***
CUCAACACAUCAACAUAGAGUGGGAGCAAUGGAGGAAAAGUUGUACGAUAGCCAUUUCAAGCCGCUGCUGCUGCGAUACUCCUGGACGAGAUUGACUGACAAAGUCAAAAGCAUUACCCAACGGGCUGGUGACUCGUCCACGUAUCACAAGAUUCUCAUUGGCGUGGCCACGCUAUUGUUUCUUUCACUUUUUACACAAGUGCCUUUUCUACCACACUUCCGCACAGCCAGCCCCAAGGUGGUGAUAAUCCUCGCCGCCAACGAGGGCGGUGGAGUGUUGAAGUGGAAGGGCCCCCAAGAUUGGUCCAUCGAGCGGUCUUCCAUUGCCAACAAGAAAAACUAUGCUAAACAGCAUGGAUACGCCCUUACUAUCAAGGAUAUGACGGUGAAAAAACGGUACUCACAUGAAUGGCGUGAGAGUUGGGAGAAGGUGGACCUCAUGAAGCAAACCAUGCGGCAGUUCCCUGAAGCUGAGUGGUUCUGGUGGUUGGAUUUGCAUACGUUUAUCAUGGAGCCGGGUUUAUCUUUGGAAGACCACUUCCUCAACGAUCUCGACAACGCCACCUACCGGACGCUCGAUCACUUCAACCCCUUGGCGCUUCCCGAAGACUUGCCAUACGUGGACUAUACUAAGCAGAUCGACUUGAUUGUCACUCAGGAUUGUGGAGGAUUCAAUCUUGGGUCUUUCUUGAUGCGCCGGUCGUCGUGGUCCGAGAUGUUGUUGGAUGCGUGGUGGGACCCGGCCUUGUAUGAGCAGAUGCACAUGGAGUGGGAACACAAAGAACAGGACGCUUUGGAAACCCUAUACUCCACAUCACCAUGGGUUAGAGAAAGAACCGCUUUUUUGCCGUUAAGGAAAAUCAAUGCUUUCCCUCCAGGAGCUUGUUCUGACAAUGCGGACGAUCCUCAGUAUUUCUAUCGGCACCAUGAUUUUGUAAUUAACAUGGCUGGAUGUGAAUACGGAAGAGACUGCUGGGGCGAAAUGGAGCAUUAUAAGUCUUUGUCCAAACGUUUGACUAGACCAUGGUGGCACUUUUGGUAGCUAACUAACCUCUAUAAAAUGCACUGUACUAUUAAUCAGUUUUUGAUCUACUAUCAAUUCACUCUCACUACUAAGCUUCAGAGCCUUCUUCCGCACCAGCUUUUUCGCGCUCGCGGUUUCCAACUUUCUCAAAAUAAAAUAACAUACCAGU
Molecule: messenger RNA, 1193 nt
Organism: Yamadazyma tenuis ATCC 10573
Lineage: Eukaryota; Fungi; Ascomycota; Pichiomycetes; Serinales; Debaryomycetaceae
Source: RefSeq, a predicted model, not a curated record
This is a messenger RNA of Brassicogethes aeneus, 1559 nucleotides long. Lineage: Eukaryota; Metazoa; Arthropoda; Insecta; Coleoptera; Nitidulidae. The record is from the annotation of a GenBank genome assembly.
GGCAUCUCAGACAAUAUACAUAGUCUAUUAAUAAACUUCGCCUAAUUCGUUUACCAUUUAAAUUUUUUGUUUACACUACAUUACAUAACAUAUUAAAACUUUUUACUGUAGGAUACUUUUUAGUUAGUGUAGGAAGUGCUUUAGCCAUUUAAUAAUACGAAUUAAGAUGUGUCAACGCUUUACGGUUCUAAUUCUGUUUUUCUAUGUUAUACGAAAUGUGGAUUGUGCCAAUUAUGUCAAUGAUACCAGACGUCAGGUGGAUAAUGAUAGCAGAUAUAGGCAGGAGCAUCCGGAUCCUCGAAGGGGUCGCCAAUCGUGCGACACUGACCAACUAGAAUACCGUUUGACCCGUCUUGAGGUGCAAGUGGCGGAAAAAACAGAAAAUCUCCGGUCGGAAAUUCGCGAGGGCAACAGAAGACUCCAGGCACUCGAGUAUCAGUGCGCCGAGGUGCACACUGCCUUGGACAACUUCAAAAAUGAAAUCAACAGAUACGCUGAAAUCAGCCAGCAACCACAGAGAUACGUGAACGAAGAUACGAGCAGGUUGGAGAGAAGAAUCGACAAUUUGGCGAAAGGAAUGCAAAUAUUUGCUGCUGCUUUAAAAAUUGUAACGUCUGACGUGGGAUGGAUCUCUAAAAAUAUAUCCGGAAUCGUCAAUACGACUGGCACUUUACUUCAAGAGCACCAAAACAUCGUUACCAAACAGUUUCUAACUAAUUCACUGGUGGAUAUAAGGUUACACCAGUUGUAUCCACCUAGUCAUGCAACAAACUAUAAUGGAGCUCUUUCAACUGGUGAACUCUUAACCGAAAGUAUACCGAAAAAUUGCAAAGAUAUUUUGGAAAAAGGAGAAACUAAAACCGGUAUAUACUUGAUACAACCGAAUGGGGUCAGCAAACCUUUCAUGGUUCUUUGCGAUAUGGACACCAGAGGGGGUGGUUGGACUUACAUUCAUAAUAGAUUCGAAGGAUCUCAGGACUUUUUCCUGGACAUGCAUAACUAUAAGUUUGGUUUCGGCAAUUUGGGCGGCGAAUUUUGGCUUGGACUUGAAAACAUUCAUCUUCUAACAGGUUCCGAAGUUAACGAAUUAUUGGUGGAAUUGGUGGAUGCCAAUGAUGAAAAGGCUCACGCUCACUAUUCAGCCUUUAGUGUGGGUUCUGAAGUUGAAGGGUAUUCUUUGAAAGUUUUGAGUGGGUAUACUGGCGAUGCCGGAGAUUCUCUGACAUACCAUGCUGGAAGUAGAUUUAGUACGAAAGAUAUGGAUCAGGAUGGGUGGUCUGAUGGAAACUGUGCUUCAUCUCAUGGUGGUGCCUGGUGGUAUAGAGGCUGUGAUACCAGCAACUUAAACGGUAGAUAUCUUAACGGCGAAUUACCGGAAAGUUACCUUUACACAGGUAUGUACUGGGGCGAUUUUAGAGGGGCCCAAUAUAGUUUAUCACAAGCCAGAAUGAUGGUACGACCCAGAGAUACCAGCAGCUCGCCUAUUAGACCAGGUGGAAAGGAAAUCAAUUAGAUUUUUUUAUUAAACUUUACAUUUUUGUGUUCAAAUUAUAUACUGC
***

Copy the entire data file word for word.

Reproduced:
CUCAACACAUCAACAUAGAGUGGGAGCAAUGGAGGAAAAGUUGUACGAUAGCCAUUUCAAGCCGCUGCUGCUGCGAUACUCCUGGACGAGAUUGACUGACAAAGUCAAAAGCAUUACCCAACGGGCUGGUGACUCGUCCACGUAUCACAAGAUUCUCAUUGGCGUGGCCACGCUAUUGUUUCUUUCACUUUUUACACAAGUGCCUUUUCUACCACACUUCCGCACAGCCAGCCCCAAGGUGGUGAUAAUCCUCGCCGCCAACGAGGGCGGUGGAGUGUUGAAGUGGAAGGGCCCCCAAGAUUGGUCCAUCGAGCGGUCUUCCAUUGCCAACAAGAAAAACUAUGCUAAACAGCAUGGAUACGCCCUUACUAUCAAGGAUAUGACGGUGAAAAAACGGUACUCACAUGAAUGGCGUGAGAGUUGGGAGAAGGUGGACCUCAUGAAGCAAACCAUGCGGCAGUUCCCUGAAGCUGAGUGGUUCUGGUGGUUGGAUUUGCAUACGUUUAUCAUGGAGCCGGGUUUAUCUUUGGAAGACCACUUCCUCAACGAUCUCGACAACGCCACCUACCGGACGCUCGAUCACUUCAACCCCUUGGCGCUUCCCGAAGACUUGCCAUACGUGGACUAUACUAAGCAGAUCGACUUGAUUGUCACUCAGGAUUGUGGAGGAUUCAAUCUUGGGUCUUUCUUGAUGCGCCGGUCGUCGUGGUCCGAGAUGUUGUUGGAUGCGUGGUGGGACCCGGCCUUGUAUGAGCAGAUGCACAUGGAGUGGGAACACAAAGAACAGGACGCUUUGGAAACCCUAUACUCCACAUCACCAUGGGUUAGAGAAAGAACCGCUUUUUUGCCGUUAAGGAAAAUCAAUGCUUUCCCUCCAGGAGCUUGUUCUGACAAUGCGGACGAUCCUCAGUAUUUCUAUCGGCACCAUGAUUUUGUAAUUAACAUGGCUGGAUGUGAAUACGGAAGAGACUGCUGGGGCGAAAUGGAGCAUUAUAAGUCUUUGUCCAAACGUUUGACUAGACCAUGGUGGCACUUUUGGUAGCUAACUAACCUCUAUAAAAUGCACUGUACUAUUAAUCAGUUUUUGAUCUACUAUCAAUUCACUCUCACUACUAAGCUUCAGAGCCUUCUUCCGCACCAGCUUUUUCGCGCUCGCGGUUUCCAACUUUCUCAAAAUAAAAUAACAUACCAGU
Molecule: messenger RNA, 1193 nt
Organism: Yamadazyma tenuis ATCC 10573
Lineage: Eukaryota; Fungi; Ascomycota; Pichiomycetes; Serinales; Debaryomycetaceae
Source: RefSeq, a predicted model, not a curated record
This is a messenger RNA of Brassicogethes aeneus, 1559 nucleotides long. Lineage: Eukaryota; Metazoa; Arthropoda; Insecta; Coleoptera; Nitidulidae. The record is from the annotation of a GenBank genome assembly.
GGCAUCUCAGACAAUAUACAUAGUCUAUUAAUAAACUUCGCCUAAUUCGUUUACCAUUUAAAUUUUUUGUUUACACUACAUUACAUAACAUAUUAAAACUUUUUACUGUAGGAUACUUUUUAGUUAGUGUAGGAAGUGCUUUAGCCAUUUAAUAAUACGAAUUAAGAUGUGUCAACGCUUUACGGUUCUAAUUCUGUUUUUCUAUGUUAUACGAAAUGUGGAUUGUGCCAAUUAUGUCAAUGAUACCAGACGUCAGGUGGAUAAUGAUAGCAGAUAUAGGCAGGAGCAUCCGGAUCCUCGAAGGGGUCGCCAAUCGUGCGACACUGACCAACUAGAAUACCGUUUGACCCGUCUUGAGGUGCAAGUGGCGGAAAAAACAGAAAAUCUCCGGUCGGAAAUUCGCGAGGGCAACAGAAGACUCCAGGCACUCGAGUAUCAGUGCGCCGAGGUGCACACUGCCUUGGACAACUUCAAAAAUGAAAUCAACAGAUACGCUGAAAUCAGCCAGCAACCACAGAGAUACGUGAACGAAGAUACGAGCAGGUUGGAGAGAAGAAUCGACAAUUUGGCGAAAGGAAUGCAAAUAUUUGCUGCUGCUUUAAAAAUUGUAACGUCUGACGUGGGAUGGAUCUCUAAAAAUAUAUCCGGAAUCGUCAAUACGACUGGCACUUUACUUCAAGAGCACCAAAACAUCGUUACCAAACAGUUUCUAACUAAUUCACUGGUGGAUAUAAGGUUACACCAGUUGUAUCCACCUAGUCAUGCAACAAACUAUAAUGGAGCUCUUUCAACUGGUGAACUCUUAACCGAAAGUAUACCGAAAAAUUGCAAAGAUAUUUUGGAAAAAGGAGAAACUAAAACCGGUAUAUACUUGAUACAACCGAAUGGGGUCAGCAAACCUUUCAUGGUUCUUUGCGAUAUGGACACCAGAGGGGGUGGUUGGACUUACAUUCAUAAUAGAUUCGAAGGAUCUCAGGACUUUUUCCUGGACAUGCAUAACUAUAAGUUUGGUUUCGGCAAUUUGGGCGGCGAAUUUUGGCUUGGACUUGAAAACAUUCAUCUUCUAACAGGUUCCGAAGUUAACGAAUUAUUGGUGGAAUUGGUGGAUGCCAAUGAUGAAAAGGCUCACGCUCACUAUUCAGCCUUUAGUGUGGGUUCUGAAGUUGAAGGGUAUUCUUUGAAAGUUUUGAGUGGGUAUACUGGCGAUGCCGGAGAUUCUCUGACAUACCAUGCUGGAAGUAGAUUUAGUACGAAAGAUAUGGAUCAGGAUGGGUGGUCUGAUGGAAACUGUGCUUCAUCUCAUGGUGGUGCCUGGUGGUAUAGAGGCUGUGAUACCAGCAACUUAAACGGUAGAUAUCUUAACGGCGAAUUACCGGAAAGUUACCUUUACACAGGUAUGUACUGGGGCGAUUUUAGAGGGGCCCAAUAUAGUUUAUCACAAGCCAGAAUGAUGGUACGACCCAGAGAUACCAGCAGCUCGCCUAUUAGACCAGGUGGAAAGGAAAUCAAUUAGAUUUUUUUAUUAAACUUUACAUUUUUGUGUUCAAAUUAUAUACUGC